LAY WASTE TO LANDFILL: CRUISE MAROOCHY ECO TOURS CANS PLASTIC BOTTLES
For many, landfill is a convenient and final waste management solution for materials that tend to hang around longer than we wish they would. But for some tourism operators, diverting waste from landfill was the only option for a sustainable future – and it meant getting creative. The waste series ‘Lay Waste to Landfill’ explores the outstanding innovations from our ECO certified operators who go above and beyond to turn their waste management systems into a force for good.
For Kate at Cruise Maroochy Eco Tours, cutting out plastic was a no-brainer. Kate has always felt that the sale of water from single-use plastic bottles was unnecessary, and as one of the owners of an Advanced Ecotourism certified and Hall of Fame member business, plastic water bottles completely go against her philosophy.
Cruise Maroochy Eco Tours’ prime location in the Sunshine Coast region of Queensland gives them incredible access to some of the state’s most captivating marine wildlife. Strategically timing their cruises to minimise their environmental impact, Cruise Maroochy’s educational journeys broaden their customers’ appreciation for the natural environment with in-depth commentary throughout each cruise.
As important as it was for Kate to remove the ever-present plastic water bottles from her business, the solution was not so straightforward. Her determination to find a material and design that was both practical and easily recyclable was a challenge, as Kate stated, “There are very real problems faced by the manufacturing & recycling industries of all glass, aluminium & plastic materials.” As her search continued, our recycling reality became all the more clear.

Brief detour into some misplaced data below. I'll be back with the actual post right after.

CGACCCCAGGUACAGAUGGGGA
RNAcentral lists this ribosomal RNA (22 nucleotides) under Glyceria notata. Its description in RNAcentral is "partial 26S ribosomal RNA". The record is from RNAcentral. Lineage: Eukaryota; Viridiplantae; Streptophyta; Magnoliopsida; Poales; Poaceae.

While glass is perceived to be one of the more easily recycled materials, its production can mean up to 33% more greenhouse gases are produced than when plastic is produced. Not only do its emissions and the immense energy needed for production outweigh the benefits, but Australia’s glass recycling system does not mean that old bottles will be created into new ones. The contamination of products means new bottles are discoloured and faulty. From a tourist’s perspective, the impracticality of carrying around a delicate, yet heavy, item makes the material unsuitable for replacing plastic bottles.
Finally, Kate landed on a suitable option. Using significantly less energy to produce and being one of the most recyclable materials, aluminium cans are now sold at Cruise Maroochy Eco Tours for guests who are without a water bottle of their own.
“Single-use plastics did not fit with our waste management policy, so we literally canned them,” Kate said.
“We also offer free pouring water available to all of our guests,” Kate added, however when visitors are left with the decision to buy water, they know they are treading lightly on the environment through Cruise Maroochy’s initiative.
Kate practices what she preaches throughout each of Cruise Maroochy’s educational Eco Tours, seeing an appreciation from her customers for her uncomplicated commitment to sustainability.
“Customers are quick to pick up on our authenticity and compliment us on this.”
Now, what she calls for is people to continue to educate themselves on the state of Australia’s recycling industry beyond a Cruise Maroochy Eco Tour, as she recognises a lack of awareness around how our waste is used after we throw it away to be dangerous. People pressure, she says, is driving intelligent companies to conduct valuable market research into what consumers value – and that’s wastes reduction.
“So, keep the pressure up people – always.”
Do you have a novel waste management solution that stands out amongst the rest? Let us know at email@example.com to be featured in our ‘Lay Waste to Landfill’ series.
All images courtesy of Cruise Maroochy Eco Tours